North Dakota IT Upgrades Its Asset Inventory System

State CIO Shawn Riley assuages legislators' worries by detailing how his department has found 100 of the 217 unaccounted-for devices stated in recent audit findings and his plan to prevent future clerical errors.

by / August 20, 2019
North Dakota State Capitol, credit North Dakota Government

The North Dakota Office of the State Auditor has scrutinized the inventory processes of the Information Technology Department [ITD] since auditors first recommended a modernization in 2015. Now, CIO Shawn Riley has informed legislators that his agency has implemented a new fixed asset tracking system.

Riley said in a prepared statement that the new inventory method will automate entries and reduce the number of clerical and manual errors, which caused about 217 pieces of office, network and computer equipment, and devices to be unaccounted for. Of the 217, 24 devices had the potential to contain sensitive information, such as addresses, social security numbers, and usernames and passwords of state employees and residents.

In his presentation, Riley informed the committee that the unfound number has dropped to 117 and that 10 of the 24 pieces of equipment potentially carrying personal information were either recycled or wiped and sent to state surplus.

North Dakota state Rep. Corey Mock, chairman of the committee, said usually his legislative group doesn’t ask Riley to address audit findings, but due to the high volume of missing items and the accompanying price tag of more than $90,000, he was curious about how ITD planned to mitigate the issue.

“I feel pretty confident and looking at the list and talking to them about unaccounted-for items that this was more of a bookkeeping issue than it was items walking out the door and no one being held accountable,” Mock told Government Technology.

Mock said Riley assuaged his cost concerns by clarifying that the audit’s estimate was based upon when the equipment was originally purchased and not its current value.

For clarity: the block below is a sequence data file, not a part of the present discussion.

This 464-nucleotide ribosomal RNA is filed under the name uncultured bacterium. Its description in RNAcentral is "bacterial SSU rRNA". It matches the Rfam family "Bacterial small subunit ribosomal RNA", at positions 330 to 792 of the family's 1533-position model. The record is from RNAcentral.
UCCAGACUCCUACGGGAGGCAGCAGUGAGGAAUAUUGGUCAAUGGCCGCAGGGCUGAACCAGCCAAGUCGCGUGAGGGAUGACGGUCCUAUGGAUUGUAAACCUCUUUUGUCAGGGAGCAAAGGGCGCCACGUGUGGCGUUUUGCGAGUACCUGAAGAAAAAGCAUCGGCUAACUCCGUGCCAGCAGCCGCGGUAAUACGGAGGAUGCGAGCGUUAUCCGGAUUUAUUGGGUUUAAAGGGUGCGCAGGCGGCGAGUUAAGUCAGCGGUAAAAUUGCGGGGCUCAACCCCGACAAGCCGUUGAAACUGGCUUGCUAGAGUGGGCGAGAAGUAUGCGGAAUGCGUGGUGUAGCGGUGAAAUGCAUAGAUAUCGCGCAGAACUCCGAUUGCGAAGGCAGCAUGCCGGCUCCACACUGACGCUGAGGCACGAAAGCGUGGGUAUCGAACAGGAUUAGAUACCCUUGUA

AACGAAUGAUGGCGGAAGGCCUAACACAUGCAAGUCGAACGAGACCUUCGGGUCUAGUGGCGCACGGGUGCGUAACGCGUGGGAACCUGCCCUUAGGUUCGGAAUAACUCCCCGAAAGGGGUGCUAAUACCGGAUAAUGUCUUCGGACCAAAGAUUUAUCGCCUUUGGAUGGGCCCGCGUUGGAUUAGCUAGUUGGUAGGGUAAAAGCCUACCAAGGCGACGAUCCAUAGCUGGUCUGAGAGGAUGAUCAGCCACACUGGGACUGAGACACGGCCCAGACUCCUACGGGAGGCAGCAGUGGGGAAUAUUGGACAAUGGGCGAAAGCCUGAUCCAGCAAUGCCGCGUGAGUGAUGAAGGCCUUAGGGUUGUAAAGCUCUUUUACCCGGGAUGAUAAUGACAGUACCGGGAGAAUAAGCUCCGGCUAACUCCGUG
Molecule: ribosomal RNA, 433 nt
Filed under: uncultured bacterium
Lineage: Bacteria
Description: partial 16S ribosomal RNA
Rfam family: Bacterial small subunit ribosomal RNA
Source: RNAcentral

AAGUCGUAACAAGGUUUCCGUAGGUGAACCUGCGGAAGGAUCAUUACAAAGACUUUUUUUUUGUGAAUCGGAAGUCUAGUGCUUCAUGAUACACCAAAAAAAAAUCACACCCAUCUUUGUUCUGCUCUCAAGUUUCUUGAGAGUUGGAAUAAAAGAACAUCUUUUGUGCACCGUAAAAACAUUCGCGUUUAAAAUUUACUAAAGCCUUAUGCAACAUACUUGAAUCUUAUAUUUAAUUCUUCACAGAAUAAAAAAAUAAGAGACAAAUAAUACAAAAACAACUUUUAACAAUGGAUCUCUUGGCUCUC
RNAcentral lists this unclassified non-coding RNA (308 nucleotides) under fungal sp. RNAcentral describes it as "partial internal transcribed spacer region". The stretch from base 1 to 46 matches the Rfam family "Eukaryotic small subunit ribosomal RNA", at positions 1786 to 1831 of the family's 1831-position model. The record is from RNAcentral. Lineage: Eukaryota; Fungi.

“What we found out is that those were purchase prices and it’s kind of akin to saying that the laptop you bought in 2004 and you spent $1,500 on you’d have to pay someone to dispose of it today,” Mock said. “It’s not worth $1,500 anymore and effectively it’s worthless.”

Office of the State Auditor Director Don LaFleur said the first his auditors learned of the new fixed asset tracking system was during the exit conference for the most recent audit.

“I don’t know if the new system in and of itself is necessarily going to correct [the inventory process] unless they still make an effort on things that they can’t find in their yearly inventory,” LaFleur said. “Maybe it’ll give them better records so that items that they’ve decommissioned can get updated properly to show it that way. It might help them in that regard, but there’s probably going to be some missed assets that are just misplaced, and they don’t know where they are at.”

He noted ITD was transparent during the process and handed over all data necessary for the biannual audit, which in addition to inventory processes looked at the department’s budget and blanket bond coverage. The next Office of the State Auditor review of the department will span the period of time from July 1, 2019 to June 30, 2021.

“What we’re asking them to do is the ones that we consider sensitive, the ones they should consider sensitive, they should find them,” LaFleur said. “Whatever it takes to find them. That’s what they’re not doing.”

Riley said in his prepared statement that his department has added procedures to the physical inventory process to document the search for unfound sensitive items.

“Good stewardship of resources and sensitive information is fundamentally important in our role serving citizens,” Riley said. “The Information Technology team is committed to ensuring that procedures and protocols are in place to track all inventory and assets effectively, while protecting our state systems and citizens’ data.”

ITD deployed a security team to identify equipment containing personal information and to locate the 24, 10 of which have been found. Riley told legislators he expects a continual decrease in the remaining number of missing devices, but it will most likely not be zeroed out.

“We appreciate the subsequent audit that confirmed the need for improvement and the importance of the steps taken to strengthen these procedures,” Riley said in his statement. “These steps are an important part of maturing our overall statewide IT service management approach, which was presented and approved in the recent legislative session, and includes asset tracking as well as other components.”

Patrick Groves Staff Writer

Patrick Groves is a staff writer for Government Technology. Previously, he worked for five years at newspapers in Washington state, Idaho, Florida and Northern California. He has a Bachelor’s degree in communication from Washington State University and lives in Northern California.

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